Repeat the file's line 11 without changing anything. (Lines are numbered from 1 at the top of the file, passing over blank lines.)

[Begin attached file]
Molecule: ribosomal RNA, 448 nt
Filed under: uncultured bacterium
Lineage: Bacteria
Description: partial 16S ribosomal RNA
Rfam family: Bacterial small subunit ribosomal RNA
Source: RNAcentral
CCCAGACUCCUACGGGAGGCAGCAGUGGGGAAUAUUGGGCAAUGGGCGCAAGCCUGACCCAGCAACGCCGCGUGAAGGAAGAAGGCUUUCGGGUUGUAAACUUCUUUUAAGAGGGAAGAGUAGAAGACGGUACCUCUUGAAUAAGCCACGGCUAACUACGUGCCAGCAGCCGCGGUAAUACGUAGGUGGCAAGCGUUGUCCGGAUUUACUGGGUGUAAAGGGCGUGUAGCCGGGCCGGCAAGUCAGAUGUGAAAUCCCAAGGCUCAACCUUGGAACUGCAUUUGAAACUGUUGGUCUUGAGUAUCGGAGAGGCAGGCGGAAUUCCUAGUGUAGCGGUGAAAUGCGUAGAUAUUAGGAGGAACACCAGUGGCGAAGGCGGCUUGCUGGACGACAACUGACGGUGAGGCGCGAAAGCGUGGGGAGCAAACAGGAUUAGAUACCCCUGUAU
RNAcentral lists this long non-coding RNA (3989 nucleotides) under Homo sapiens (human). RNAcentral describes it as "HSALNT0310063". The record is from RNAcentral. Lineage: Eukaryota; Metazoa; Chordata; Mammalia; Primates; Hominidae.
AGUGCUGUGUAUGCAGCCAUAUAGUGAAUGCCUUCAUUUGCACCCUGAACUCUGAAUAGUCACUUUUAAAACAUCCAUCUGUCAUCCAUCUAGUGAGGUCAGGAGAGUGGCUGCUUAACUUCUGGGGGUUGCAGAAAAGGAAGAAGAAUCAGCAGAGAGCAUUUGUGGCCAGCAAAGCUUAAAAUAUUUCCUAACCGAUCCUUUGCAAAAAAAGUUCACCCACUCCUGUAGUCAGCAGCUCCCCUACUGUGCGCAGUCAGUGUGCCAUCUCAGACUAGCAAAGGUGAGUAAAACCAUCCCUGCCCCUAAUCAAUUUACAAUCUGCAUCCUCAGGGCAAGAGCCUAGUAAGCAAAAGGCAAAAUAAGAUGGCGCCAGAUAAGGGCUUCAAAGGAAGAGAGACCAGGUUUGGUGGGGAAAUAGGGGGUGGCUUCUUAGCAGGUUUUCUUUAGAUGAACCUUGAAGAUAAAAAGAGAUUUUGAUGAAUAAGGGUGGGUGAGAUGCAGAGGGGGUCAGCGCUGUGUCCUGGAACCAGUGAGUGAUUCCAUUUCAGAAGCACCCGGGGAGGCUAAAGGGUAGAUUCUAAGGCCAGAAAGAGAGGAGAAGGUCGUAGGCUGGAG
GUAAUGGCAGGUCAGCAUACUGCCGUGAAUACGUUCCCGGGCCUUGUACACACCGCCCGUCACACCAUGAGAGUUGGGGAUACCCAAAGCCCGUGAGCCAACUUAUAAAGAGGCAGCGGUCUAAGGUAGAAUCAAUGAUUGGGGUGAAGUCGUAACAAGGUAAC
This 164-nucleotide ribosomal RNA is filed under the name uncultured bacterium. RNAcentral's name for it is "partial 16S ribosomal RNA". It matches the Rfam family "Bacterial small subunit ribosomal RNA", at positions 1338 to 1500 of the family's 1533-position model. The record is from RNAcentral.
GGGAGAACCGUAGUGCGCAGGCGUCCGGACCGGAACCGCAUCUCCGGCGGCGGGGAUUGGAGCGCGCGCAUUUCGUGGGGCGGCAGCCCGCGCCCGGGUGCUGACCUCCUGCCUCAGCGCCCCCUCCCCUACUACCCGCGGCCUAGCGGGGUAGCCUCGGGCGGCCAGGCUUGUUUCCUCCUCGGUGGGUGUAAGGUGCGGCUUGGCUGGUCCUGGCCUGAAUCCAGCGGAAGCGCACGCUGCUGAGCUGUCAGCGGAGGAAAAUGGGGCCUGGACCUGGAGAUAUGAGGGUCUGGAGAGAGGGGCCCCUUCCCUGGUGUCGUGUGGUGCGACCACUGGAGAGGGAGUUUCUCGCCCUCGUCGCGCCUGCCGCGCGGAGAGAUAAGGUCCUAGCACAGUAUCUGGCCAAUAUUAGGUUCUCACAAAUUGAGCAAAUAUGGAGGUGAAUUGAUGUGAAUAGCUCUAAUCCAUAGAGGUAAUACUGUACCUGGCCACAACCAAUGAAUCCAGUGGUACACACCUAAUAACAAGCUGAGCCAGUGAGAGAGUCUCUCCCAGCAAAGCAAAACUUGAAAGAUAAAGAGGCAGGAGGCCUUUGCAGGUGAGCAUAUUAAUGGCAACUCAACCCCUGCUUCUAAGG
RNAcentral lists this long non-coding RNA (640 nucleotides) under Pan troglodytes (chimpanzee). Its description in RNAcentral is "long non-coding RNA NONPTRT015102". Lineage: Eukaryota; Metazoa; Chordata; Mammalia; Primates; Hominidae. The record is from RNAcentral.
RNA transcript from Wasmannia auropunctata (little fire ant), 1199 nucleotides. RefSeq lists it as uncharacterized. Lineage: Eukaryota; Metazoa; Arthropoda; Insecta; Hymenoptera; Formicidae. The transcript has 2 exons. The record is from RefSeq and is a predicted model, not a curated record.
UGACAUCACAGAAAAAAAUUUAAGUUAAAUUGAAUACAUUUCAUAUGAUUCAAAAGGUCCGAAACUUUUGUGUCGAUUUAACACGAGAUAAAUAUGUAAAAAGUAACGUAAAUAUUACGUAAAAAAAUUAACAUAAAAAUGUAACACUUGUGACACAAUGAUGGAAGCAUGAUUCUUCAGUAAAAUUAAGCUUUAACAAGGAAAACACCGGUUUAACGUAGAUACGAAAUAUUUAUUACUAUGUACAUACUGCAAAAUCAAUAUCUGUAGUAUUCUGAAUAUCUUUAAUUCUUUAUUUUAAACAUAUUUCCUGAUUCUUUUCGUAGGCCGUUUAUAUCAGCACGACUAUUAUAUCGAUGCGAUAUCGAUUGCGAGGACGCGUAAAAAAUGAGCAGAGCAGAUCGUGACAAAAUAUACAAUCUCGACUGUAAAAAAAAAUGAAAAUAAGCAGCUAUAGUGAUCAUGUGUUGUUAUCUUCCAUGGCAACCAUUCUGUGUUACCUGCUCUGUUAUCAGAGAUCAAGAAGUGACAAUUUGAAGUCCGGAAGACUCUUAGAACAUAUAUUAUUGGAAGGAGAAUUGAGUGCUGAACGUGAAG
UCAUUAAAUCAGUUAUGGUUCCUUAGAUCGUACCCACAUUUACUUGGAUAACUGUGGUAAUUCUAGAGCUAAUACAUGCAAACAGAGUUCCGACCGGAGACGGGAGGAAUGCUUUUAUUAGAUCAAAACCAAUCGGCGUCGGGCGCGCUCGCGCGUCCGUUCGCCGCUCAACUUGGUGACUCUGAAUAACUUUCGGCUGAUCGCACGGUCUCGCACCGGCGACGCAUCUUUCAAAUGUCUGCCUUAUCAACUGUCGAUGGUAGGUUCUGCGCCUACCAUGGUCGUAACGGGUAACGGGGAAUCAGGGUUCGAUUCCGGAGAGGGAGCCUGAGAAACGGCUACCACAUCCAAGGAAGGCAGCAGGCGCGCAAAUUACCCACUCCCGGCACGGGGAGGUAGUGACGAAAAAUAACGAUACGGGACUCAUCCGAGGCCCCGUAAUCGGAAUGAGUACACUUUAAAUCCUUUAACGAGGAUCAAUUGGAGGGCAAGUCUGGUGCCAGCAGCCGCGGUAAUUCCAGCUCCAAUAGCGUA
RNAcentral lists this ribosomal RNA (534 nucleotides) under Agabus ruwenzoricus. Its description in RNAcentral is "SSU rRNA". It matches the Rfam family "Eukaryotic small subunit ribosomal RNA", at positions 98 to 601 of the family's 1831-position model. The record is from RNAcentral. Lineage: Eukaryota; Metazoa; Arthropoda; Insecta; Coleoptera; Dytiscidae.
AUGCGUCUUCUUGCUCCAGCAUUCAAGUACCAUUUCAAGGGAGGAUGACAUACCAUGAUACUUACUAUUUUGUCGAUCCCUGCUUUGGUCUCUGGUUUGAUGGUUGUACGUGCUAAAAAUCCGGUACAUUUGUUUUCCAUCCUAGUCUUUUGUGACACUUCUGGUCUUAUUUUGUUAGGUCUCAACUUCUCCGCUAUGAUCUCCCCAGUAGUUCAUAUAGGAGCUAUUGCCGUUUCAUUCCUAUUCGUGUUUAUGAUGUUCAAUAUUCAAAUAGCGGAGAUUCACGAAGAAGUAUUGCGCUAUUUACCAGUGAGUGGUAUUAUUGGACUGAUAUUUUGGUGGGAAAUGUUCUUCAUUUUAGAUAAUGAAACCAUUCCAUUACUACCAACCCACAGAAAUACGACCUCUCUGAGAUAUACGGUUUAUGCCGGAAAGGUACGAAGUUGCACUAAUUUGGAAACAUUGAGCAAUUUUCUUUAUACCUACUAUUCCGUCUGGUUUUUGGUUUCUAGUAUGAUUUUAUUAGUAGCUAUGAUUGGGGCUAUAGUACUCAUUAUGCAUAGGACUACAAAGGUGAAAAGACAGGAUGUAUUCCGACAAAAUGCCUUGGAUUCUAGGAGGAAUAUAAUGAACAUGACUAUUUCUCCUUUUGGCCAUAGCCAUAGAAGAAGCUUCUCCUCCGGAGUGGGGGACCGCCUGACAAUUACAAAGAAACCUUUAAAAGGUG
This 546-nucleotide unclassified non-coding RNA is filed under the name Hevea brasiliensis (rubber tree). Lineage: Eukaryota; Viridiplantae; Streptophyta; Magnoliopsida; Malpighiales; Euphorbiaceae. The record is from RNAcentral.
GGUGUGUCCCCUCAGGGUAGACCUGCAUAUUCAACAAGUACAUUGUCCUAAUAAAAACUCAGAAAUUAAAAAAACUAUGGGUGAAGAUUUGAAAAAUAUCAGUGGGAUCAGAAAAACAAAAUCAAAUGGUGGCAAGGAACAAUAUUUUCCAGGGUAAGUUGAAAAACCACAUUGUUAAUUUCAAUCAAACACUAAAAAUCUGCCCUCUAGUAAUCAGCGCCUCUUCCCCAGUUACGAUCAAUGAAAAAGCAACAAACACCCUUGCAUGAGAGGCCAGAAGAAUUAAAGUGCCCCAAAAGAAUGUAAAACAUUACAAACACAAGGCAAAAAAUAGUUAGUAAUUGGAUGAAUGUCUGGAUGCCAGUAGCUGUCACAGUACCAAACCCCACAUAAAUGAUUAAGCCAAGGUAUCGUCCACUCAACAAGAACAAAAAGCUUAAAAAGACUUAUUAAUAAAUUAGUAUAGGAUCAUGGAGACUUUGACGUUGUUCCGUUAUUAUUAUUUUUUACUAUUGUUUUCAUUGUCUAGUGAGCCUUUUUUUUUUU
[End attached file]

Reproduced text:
This 164-nucleotide ribosomal RNA is filed under the name uncultured bacterium. RNAcentral's name for it is "partial 16S ribosomal RNA". It matches the Rfam family "Bacterial small subunit ribosomal RNA", at positions 1338 to 1500 of the family's 1533-position model. The record is from RNAcentral.